Trapped, stuck or blocked

Another quite common theme reported by clients is the sense that their progress has been halted in some way. I recall extreme versions of this theme in my work with substance misusers who often found themselves at the bottom of a deep hole. In these situations clients usually expressed their shock and dismay accompanied by despair because they could see no way out. Over time I developed some reparative procedures that could be used to help instill hope and engage the client’s agency to reconnect with a sense of direction and purpose. These would take the form of importing helpful elements into the landscape such as ladders and climbing equipment that could be used to extricate them from their predicament. Less extreme experiences of finding ones progress blocked are expressed in common linguistic metaphors such as: ‘hitting a brick wall’ or ‘I’ve reached a dead-end’. In these anxiety-provoking situations people will often default to their automatic reactions. These responses commonly take unhelpful forms such as falling into despondency and helplessness or, the other end of the continuum, attempting to overcome or break through the block using force. Sometimes the automatic response can manifest as a rigid mental position that is characterised by either/ or thinking and an attempt to impose a decision rather than allowing a process to unfold. The path imagery can be very helpful in these situations because it offers another possibility, i.e. a more conscious exploration of the block and how to resolve it. As a general rule, paying attention in the landscape allows the imaginal perspective an opportunity to convey more insights into particular features. In the following example, titled An Unexpected T Junction, I present a further extract of George’s work seen previously in Chapter 8 (in the vignettes titled The Light in the Hallway and A Fire Is Lit).

George had spent three years on a professional training course and had high hopes for his first post. Unfortunately he soon discovered that he had been recruited into a poorly functioning workplace with a rapid turnover of staff. He arrived for our eighth session in a state of shock - that morning he had been summoned for a meeting with the management and had been fired. I suggested that it might be helpful to orientate himself by looking at a representation of his journey. George reported that he found himself standing on the green verge of a tarmac road that had come to a T junction. On the other side of the junction was a high brick wall that appeared to be impassable. He had no hesitation in interpreting the landscape as an accurate representation of what had just happened; he had been traveling on a clear professional path and, out of the blue, the way ahead was suddenly barred, forcing him to turn either to the right or to the left. He said he was trying to make some kind of sense about what he could do next. The loss of his job was leading him to consider radical and unwelcome possibilities of abandoning his dreams of establishing himself in his new profession. The brick wall appeared insurmountable. He found himself oscillating between feelings of hopelessness and dejection and an impulse to make an immediate decision in order to calm his understandable anxiety about money and security.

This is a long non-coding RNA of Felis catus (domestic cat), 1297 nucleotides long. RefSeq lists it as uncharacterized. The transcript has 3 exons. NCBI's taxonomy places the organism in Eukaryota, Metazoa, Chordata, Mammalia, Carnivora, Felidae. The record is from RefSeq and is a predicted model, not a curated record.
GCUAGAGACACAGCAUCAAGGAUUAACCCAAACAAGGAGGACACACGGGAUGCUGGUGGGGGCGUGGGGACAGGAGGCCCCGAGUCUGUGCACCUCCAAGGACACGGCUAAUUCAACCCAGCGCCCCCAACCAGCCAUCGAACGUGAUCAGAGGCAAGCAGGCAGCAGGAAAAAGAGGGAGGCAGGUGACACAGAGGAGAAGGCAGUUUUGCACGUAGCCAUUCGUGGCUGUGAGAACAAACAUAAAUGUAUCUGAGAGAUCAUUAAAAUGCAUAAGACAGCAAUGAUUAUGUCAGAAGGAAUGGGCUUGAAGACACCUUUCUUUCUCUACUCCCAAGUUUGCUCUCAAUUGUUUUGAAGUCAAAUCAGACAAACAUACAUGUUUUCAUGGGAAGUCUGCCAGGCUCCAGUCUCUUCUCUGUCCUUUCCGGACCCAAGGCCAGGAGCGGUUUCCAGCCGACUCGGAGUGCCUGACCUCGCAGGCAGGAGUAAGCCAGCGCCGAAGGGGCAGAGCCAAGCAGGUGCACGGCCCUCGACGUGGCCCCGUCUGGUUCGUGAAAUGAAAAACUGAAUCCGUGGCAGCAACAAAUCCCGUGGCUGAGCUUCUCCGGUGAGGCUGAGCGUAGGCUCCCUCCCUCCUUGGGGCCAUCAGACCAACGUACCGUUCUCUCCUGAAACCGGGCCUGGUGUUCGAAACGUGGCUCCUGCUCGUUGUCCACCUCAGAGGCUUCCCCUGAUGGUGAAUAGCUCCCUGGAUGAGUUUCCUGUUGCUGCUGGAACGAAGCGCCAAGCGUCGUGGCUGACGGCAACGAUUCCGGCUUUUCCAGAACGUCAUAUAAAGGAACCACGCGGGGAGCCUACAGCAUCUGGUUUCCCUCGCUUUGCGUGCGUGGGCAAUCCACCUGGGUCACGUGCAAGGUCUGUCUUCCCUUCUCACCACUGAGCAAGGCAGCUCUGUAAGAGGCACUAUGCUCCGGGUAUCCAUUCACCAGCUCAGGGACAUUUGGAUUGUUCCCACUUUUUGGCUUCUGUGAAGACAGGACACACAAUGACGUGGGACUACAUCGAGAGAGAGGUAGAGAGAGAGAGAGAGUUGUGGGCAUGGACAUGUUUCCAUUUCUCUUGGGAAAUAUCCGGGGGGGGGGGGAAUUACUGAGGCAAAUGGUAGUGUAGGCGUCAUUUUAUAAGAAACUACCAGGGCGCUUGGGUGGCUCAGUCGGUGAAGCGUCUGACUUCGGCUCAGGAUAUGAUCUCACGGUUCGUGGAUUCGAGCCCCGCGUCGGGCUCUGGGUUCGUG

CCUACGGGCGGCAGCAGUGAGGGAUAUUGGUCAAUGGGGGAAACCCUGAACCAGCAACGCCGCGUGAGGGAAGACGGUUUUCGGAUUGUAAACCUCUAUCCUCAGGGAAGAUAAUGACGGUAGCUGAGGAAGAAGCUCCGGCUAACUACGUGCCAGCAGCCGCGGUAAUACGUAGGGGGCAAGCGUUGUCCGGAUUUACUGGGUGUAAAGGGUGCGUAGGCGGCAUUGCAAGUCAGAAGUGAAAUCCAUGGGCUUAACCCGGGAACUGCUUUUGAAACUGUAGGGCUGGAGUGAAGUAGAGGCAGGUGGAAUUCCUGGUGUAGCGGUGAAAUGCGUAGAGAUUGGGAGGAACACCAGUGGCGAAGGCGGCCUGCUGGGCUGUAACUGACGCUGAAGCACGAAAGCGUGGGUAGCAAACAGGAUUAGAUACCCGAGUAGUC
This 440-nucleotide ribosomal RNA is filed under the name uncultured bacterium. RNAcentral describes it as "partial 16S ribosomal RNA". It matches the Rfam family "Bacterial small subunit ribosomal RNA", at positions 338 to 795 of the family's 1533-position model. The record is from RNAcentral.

I urged him to explore the image further through turning it into a drawing. As he drew a bird’s eye view of the T junction, he realised that the wall only extended a short distance in both directions. In fact, it appeared to be an outside wall enclosing a rectangle of ground and buildings. The road running left and right at the T junction also curved around each end of the perimeter wall. As he reflected on the drawing he said he felt calmer and he realised that maybe there was an alternative to his initial either/or thinking. In the following session he reported that he was starting to be more hopeful that he could find a way around this obstacle and continue to develop his professional career.

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